Nearly every American is feeling the effects of COVID-19, with responses ranging from mild frustration to fear. Understanding the various ways Americans are reacting can help you assess how your small business is serving them. While having a customer-centric mindset is nothing new to you as a business owner, it’s perhaps more important than ever to get inside your customers’ heads. Let’s walk through some of the research on how Americans are feeling, including insights into how you might use those understandings to make smart business decisions.

 

How Americans feel about COVID-19

Start with empathy. Assessing how Americans are reacting to COVID-19 can help you understand how your customers are feeling as the crisis evolves.

In many ways, COVID-19 is the defining issue of 2020. For many of us it’s the primary topic of conversation and visible everywhere we go. The economic disruption it has caused means people are stressed about money, in addition to worried about getting sick. Perhaps as a result, they’re looking for good news. Literally. Google searches for “good news” have jumped.

It’s important for businesses to not only be aware of this mindset, but how they fit into the discussion.

Action: Don’t ignore the crisis, but try to share positivity when you can. This can be anything from sharing uplifting social media posts to highlighting ways you’re helping the community.

 

What people want from companies

Research shows customers do want to hear from you, because it can provide a sense of normalcy. But as the crisis evolves, more people are wary of companies that seem like they’re trying to capitalize on the crisis.

So it’s important to talk to customers the right way. Multiple surveys show people want companies to put people first, whether it’s their employees or their community at large.

What that means in practice (how you put people first and help your community) might vary by business. It could mean anything from helping your employees through the crisis to offering discounts to hospital workers.

Action: Think beyond your values to how you express them publicly. If you have to lay off employees, for example, consider explaining why. It can prevent misconception and demonstrates that you value people.

 

How customers feel about recovery

The way Americans view reopening and recovery varies greatly, and understanding which views your customers hold can help you tailor your recovery plan. Overall, more Americans are concerned about reopening too quickly. Many say that even as they’re able to shop and move about as before, they likely won’t, which could put pressure on owners to find new ways to engage.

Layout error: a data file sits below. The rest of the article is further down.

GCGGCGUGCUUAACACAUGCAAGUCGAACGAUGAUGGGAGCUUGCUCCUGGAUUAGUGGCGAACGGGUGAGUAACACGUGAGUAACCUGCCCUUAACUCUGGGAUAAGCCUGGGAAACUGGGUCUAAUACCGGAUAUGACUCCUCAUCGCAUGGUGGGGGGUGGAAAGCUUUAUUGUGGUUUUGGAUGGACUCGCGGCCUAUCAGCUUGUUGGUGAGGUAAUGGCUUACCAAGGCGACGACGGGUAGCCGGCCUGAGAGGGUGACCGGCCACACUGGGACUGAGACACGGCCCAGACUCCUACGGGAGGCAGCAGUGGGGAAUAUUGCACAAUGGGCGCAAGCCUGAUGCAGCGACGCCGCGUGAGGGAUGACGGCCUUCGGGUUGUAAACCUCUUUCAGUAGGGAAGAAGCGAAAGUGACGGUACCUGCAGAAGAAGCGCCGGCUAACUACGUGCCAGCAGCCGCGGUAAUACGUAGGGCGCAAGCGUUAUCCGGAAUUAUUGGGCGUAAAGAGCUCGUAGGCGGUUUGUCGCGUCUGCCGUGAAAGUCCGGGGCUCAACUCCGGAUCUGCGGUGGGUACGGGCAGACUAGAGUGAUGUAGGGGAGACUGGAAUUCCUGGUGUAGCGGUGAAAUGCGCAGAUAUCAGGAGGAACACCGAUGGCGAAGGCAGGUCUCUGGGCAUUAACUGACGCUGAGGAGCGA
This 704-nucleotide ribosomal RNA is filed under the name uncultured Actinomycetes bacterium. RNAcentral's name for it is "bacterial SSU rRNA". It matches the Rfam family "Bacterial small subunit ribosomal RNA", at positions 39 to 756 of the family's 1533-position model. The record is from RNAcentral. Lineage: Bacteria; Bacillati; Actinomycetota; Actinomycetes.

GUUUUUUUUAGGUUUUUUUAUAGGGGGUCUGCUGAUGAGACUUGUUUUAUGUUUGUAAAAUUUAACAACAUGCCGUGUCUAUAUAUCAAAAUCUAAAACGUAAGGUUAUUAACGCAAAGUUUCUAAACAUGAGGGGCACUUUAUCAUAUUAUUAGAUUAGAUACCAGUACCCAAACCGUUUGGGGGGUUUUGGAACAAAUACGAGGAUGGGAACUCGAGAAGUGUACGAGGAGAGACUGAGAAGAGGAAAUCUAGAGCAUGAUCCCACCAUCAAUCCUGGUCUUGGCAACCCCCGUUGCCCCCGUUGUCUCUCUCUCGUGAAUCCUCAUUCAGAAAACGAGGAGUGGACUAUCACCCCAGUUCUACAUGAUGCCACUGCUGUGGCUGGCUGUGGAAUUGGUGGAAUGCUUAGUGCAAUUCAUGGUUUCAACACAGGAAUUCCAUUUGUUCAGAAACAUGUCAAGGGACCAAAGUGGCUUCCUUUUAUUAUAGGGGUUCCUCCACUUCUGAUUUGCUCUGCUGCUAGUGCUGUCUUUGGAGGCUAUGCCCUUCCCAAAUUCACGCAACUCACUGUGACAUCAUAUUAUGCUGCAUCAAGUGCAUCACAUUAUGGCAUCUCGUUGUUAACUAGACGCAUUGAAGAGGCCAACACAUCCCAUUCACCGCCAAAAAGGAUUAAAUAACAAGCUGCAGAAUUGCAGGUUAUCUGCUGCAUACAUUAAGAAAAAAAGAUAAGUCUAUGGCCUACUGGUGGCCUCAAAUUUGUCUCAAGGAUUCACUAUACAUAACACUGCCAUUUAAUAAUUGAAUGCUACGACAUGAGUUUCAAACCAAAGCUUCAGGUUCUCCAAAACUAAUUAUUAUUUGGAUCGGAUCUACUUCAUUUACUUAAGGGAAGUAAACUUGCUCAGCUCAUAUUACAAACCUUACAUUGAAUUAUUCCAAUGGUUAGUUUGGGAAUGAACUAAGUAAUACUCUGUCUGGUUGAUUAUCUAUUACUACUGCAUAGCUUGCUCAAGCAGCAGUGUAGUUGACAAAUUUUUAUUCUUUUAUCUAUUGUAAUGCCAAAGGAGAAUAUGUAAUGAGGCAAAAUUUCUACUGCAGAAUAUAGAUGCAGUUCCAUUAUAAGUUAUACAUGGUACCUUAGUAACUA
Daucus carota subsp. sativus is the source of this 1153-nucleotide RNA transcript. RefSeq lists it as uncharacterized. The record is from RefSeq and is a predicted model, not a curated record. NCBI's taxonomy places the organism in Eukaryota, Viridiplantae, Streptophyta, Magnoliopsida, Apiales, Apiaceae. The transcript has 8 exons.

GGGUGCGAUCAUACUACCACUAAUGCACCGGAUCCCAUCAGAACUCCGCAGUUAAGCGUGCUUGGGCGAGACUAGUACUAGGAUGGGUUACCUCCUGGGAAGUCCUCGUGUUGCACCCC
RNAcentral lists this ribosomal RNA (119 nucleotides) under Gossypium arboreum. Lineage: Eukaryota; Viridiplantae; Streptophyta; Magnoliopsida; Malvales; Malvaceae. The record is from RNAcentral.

But there’s also a strong segment of people who want to see things go back to normal immediately. In these areas, pent-up demand may lead to an initial surge in business that owners can try to maintain as they rebuild.

These different attitudes can have a big impact on how you interact with customers. If you’re in an area with pent-up demand, you might have an easier time reengaging customers. There may also be more pressure on you, as a business owner, to follow regulations around social distancing.

On the other hand, if you’re in an area where people feel more anxious, you may need to offer more flexibility and incentives to customers. In these areas, think about wooing your customers back gradually by helping them feel comfortable again.

Action: Observe your surroundings carefully, like how diligent people are about masks or standing six feet apart. Correctly assessing customer concern about COVID-19 can help you rebuild those relationships — and ultimately your business.

 

For more specific insights on how COVID-19 is affecting your customers, consider opening a dialogue with them via social media or whatever channel you normally use to communicate. Combining insights directly from your customers with broader data may help give you a clearer picture of how they feel and what they need from you.

 

SOURCES: Pew Research, Google Trends, Twitter Insights, Ace Metrix, Pew Research, Bankrate survey, Associated Press, CUNY